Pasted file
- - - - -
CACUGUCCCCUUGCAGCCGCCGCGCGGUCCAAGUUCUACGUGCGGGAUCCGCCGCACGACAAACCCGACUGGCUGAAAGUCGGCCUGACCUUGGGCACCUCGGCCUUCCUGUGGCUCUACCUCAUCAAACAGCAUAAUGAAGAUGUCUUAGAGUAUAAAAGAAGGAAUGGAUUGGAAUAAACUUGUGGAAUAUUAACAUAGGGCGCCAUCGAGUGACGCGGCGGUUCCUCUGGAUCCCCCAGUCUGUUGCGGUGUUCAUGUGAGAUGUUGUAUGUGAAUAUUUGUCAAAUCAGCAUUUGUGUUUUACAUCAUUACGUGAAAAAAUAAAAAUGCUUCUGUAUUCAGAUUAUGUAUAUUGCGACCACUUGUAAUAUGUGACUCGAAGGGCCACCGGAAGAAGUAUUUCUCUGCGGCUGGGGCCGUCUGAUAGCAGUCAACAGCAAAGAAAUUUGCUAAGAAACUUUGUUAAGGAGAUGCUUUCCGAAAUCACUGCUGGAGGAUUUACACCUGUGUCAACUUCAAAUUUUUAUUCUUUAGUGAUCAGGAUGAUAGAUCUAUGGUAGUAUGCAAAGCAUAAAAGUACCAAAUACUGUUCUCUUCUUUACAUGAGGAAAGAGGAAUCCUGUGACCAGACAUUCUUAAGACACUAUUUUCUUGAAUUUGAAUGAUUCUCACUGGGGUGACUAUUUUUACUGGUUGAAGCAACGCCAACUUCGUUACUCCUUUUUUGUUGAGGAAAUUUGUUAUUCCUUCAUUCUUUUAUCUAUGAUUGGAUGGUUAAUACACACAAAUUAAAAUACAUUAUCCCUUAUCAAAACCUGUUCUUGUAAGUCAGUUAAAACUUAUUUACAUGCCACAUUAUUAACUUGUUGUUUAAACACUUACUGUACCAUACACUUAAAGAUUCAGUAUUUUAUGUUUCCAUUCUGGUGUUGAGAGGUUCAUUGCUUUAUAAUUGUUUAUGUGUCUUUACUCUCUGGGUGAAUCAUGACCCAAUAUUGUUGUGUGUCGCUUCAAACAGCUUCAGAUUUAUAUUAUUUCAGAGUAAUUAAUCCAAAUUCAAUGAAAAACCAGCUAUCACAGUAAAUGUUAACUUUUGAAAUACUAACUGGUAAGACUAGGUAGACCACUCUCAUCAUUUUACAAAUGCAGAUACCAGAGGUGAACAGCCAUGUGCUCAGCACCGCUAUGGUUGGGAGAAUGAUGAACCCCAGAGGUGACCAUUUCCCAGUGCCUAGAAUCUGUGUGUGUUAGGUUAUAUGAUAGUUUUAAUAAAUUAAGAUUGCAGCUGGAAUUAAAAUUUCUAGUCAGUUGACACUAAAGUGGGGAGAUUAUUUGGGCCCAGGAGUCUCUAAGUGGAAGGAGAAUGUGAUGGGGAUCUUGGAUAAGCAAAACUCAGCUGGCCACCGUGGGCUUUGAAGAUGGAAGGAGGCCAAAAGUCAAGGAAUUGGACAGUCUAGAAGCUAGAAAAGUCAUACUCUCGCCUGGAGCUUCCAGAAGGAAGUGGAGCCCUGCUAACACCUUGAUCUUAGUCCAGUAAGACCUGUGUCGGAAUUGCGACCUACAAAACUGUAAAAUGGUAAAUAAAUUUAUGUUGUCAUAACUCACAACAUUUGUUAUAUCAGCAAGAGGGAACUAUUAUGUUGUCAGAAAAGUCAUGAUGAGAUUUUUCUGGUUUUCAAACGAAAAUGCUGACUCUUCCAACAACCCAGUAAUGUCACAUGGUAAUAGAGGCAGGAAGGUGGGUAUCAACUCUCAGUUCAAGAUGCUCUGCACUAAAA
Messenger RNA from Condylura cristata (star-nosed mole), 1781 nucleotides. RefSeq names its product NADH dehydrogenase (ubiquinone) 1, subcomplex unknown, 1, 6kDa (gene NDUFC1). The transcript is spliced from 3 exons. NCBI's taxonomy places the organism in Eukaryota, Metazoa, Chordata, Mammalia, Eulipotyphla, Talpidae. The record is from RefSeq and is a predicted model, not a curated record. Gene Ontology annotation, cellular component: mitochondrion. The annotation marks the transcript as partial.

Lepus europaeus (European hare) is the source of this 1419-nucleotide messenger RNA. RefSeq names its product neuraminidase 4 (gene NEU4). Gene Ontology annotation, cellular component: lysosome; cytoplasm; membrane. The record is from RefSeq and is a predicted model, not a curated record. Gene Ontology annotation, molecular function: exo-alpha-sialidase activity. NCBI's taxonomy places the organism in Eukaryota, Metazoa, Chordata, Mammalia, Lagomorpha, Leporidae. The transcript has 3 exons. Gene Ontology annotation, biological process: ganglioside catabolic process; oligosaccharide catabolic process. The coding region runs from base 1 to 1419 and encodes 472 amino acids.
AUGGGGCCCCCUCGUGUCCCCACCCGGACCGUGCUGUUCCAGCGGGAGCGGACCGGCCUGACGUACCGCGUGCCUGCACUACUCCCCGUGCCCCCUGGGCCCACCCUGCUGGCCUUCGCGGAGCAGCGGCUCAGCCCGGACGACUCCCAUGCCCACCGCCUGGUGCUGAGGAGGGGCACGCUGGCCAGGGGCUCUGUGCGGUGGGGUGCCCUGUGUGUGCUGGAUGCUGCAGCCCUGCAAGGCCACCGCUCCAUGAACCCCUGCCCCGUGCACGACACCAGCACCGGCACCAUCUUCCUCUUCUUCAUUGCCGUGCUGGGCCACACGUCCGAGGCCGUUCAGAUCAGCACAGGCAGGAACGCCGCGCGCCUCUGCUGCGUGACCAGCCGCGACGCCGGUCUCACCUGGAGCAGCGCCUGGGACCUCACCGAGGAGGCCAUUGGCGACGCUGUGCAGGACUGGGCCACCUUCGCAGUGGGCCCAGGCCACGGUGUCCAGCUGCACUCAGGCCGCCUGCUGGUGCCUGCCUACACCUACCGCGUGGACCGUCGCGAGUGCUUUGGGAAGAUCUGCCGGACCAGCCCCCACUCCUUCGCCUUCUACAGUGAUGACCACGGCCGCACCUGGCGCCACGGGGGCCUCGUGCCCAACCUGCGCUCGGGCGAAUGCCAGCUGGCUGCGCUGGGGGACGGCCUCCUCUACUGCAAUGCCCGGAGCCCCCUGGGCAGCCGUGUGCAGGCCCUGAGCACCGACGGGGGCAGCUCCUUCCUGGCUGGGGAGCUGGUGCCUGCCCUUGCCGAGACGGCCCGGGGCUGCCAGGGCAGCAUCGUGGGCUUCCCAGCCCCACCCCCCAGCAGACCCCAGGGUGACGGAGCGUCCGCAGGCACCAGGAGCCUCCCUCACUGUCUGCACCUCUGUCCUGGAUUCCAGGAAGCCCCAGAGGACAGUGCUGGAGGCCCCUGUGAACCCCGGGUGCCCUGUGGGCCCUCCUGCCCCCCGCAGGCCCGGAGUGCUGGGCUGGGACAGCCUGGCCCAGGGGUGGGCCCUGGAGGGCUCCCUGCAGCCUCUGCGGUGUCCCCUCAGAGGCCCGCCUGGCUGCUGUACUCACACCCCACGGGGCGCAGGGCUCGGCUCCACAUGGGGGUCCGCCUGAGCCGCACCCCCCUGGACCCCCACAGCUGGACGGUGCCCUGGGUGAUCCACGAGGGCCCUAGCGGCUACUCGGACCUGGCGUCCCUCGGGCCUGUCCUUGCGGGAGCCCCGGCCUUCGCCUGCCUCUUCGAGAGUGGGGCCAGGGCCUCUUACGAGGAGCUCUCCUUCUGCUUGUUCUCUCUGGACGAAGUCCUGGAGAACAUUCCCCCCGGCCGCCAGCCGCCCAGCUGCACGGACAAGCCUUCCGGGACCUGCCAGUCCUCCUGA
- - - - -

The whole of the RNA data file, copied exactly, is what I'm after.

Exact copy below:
CACUGUCCCCUUGCAGCCGCCGCGCGGUCCAAGUUCUACGUGCGGGAUCCGCCGCACGACAAACCCGACUGGCUGAAAGUCGGCCUGACCUUGGGCACCUCGGCCUUCCUGUGGCUCUACCUCAUCAAACAGCAUAAUGAAGAUGUCUUAGAGUAUAAAAGAAGGAAUGGAUUGGAAUAAACUUGUGGAAUAUUAACAUAGGGCGCCAUCGAGUGACGCGGCGGUUCCUCUGGAUCCCCCAGUCUGUUGCGGUGUUCAUGUGAGAUGUUGUAUGUGAAUAUUUGUCAAAUCAGCAUUUGUGUUUUACAUCAUUACGUGAAAAAAUAAAAAUGCUUCUGUAUUCAGAUUAUGUAUAUUGCGACCACUUGUAAUAUGUGACUCGAAGGGCCACCGGAAGAAGUAUUUCUCUGCGGCUGGGGCCGUCUGAUAGCAGUCAACAGCAAAGAAAUUUGCUAAGAAACUUUGUUAAGGAGAUGCUUUCCGAAAUCACUGCUGGAGGAUUUACACCUGUGUCAACUUCAAAUUUUUAUUCUUUAGUGAUCAGGAUGAUAGAUCUAUGGUAGUAUGCAAAGCAUAAAAGUACCAAAUACUGUUCUCUUCUUUACAUGAGGAAAGAGGAAUCCUGUGACCAGACAUUCUUAAGACACUAUUUUCUUGAAUUUGAAUGAUUCUCACUGGGGUGACUAUUUUUACUGGUUGAAGCAACGCCAACUUCGUUACUCCUUUUUUGUUGAGGAAAUUUGUUAUUCCUUCAUUCUUUUAUCUAUGAUUGGAUGGUUAAUACACACAAAUUAAAAUACAUUAUCCCUUAUCAAAACCUGUUCUUGUAAGUCAGUUAAAACUUAUUUACAUGCCACAUUAUUAACUUGUUGUUUAAACACUUACUGUACCAUACACUUAAAGAUUCAGUAUUUUAUGUUUCCAUUCUGGUGUUGAGAGGUUCAUUGCUUUAUAAUUGUUUAUGUGUCUUUACUCUCUGGGUGAAUCAUGACCCAAUAUUGUUGUGUGUCGCUUCAAACAGCUUCAGAUUUAUAUUAUUUCAGAGUAAUUAAUCCAAAUUCAAUGAAAAACCAGCUAUCACAGUAAAUGUUAACUUUUGAAAUACUAACUGGUAAGACUAGGUAGACCACUCUCAUCAUUUUACAAAUGCAGAUACCAGAGGUGAACAGCCAUGUGCUCAGCACCGCUAUGGUUGGGAGAAUGAUGAACCCCAGAGGUGACCAUUUCCCAGUGCCUAGAAUCUGUGUGUGUUAGGUUAUAUGAUAGUUUUAAUAAAUUAAGAUUGCAGCUGGAAUUAAAAUUUCUAGUCAGUUGACACUAAAGUGGGGAGAUUAUUUGGGCCCAGGAGUCUCUAAGUGGAAGGAGAAUGUGAUGGGGAUCUUGGAUAAGCAAAACUCAGCUGGCCACCGUGGGCUUUGAAGAUGGAAGGAGGCCAAAAGUCAAGGAAUUGGACAGUCUAGAAGCUAGAAAAGUCAUACUCUCGCCUGGAGCUUCCAGAAGGAAGUGGAGCCCUGCUAACACCUUGAUCUUAGUCCAGUAAGACCUGUGUCGGAAUUGCGACCUACAAAACUGUAAAAUGGUAAAUAAAUUUAUGUUGUCAUAACUCACAACAUUUGUUAUAUCAGCAAGAGGGAACUAUUAUGUUGUCAGAAAAGUCAUGAUGAGAUUUUUCUGGUUUUCAAACGAAAAUGCUGACUCUUCCAACAACCCAGUAAUGUCACAUGGUAAUAGAGGCAGGAAGGUGGGUAUCAACUCUCAGUUCAAGAUGCUCUGCACUAAAA
Messenger RNA from Condylura cristata (star-nosed mole), 1781 nucleotides. RefSeq names its product NADH dehydrogenase (ubiquinone) 1, subcomplex unknown, 1, 6kDa (gene NDUFC1). The transcript is spliced from 3 exons. NCBI's taxonomy places the organism in Eukaryota, Metazoa, Chordata, Mammalia, Eulipotyphla, Talpidae. The record is from RefSeq and is a predicted model, not a curated record. Gene Ontology annotation, cellular component: mitochondrion. The annotation marks the transcript as partial.

Lepus europaeus (European hare) is the source of this 1419-nucleotide messenger RNA. RefSeq names its product neuraminidase 4 (gene NEU4). Gene Ontology annotation, cellular component: lysosome; cytoplasm; membrane. The record is from RefSeq and is a predicted model, not a curated record. Gene Ontology annotation, molecular function: exo-alpha-sialidase activity. NCBI's taxonomy places the organism in Eukaryota, Metazoa, Chordata, Mammalia, Lagomorpha, Leporidae. The transcript has 3 exons. Gene Ontology annotation, biological process: ganglioside catabolic process; oligosaccharide catabolic process. The coding region runs from base 1 to 1419 and encodes 472 amino acids.
AUGGGGCCCCCUCGUGUCCCCACCCGGACCGUGCUGUUCCAGCGGGAGCGGACCGGCCUGACGUACCGCGUGCCUGCACUACUCCCCGUGCCCCCUGGGCCCACCCUGCUGGCCUUCGCGGAGCAGCGGCUCAGCCCGGACGACUCCCAUGCCCACCGCCUGGUGCUGAGGAGGGGCACGCUGGCCAGGGGCUCUGUGCGGUGGGGUGCCCUGUGUGUGCUGGAUGCUGCAGCCCUGCAAGGCCACCGCUCCAUGAACCCCUGCCCCGUGCACGACACCAGCACCGGCACCAUCUUCCUCUUCUUCAUUGCCGUGCUGGGCCACACGUCCGAGGCCGUUCAGAUCAGCACAGGCAGGAACGCCGCGCGCCUCUGCUGCGUGACCAGCCGCGACGCCGGUCUCACCUGGAGCAGCGCCUGGGACCUCACCGAGGAGGCCAUUGGCGACGCUGUGCAGGACUGGGCCACCUUCGCAGUGGGCCCAGGCCACGGUGUCCAGCUGCACUCAGGCCGCCUGCUGGUGCCUGCCUACACCUACCGCGUGGACCGUCGCGAGUGCUUUGGGAAGAUCUGCCGGACCAGCCCCCACUCCUUCGCCUUCUACAGUGAUGACCACGGCCGCACCUGGCGCCACGGGGGCCUCGUGCCCAACCUGCGCUCGGGCGAAUGCCAGCUGGCUGCGCUGGGGGACGGCCUCCUCUACUGCAAUGCCCGGAGCCCCCUGGGCAGCCGUGUGCAGGCCCUGAGCACCGACGGGGGCAGCUCCUUCCUGGCUGGGGAGCUGGUGCCUGCCCUUGCCGAGACGGCCCGGGGCUGCCAGGGCAGCAUCGUGGGCUUCCCAGCCCCACCCCCCAGCAGACCCCAGGGUGACGGAGCGUCCGCAGGCACCAGGAGCCUCCCUCACUGUCUGCACCUCUGUCCUGGAUUCCAGGAAGCCCCAGAGGACAGUGCUGGAGGCCCCUGUGAACCCCGGGUGCCCUGUGGGCCCUCCUGCCCCCCGCAGGCCCGGAGUGCUGGGCUGGGACAGCCUGGCCCAGGGGUGGGCCCUGGAGGGCUCCCUGCAGCCUCUGCGGUGUCCCCUCAGAGGCCCGCCUGGCUGCUGUACUCACACCCCACGGGGCGCAGGGCUCGGCUCCACAUGGGGGUCCGCCUGAGCCGCACCCCCCUGGACCCCCACAGCUGGACGGUGCCCUGGGUGAUCCACGAGGGCCCUAGCGGCUACUCGGACCUGGCGUCCCUCGGGCCUGUCCUUGCGGGAGCCCCGGCCUUCGCCUGCCUCUUCGAGAGUGGGGCCAGGGCCUCUUACGAGGAGCUCUCCUUCUGCUUGUUCUCUCUGGACGAAGUCCUGGAGAACAUUCCCCCCGGCCGCCAGCCGCCCAGCUGCACGGACAAGCCUUCCGGGACCUGCCAGUCCUCCUGA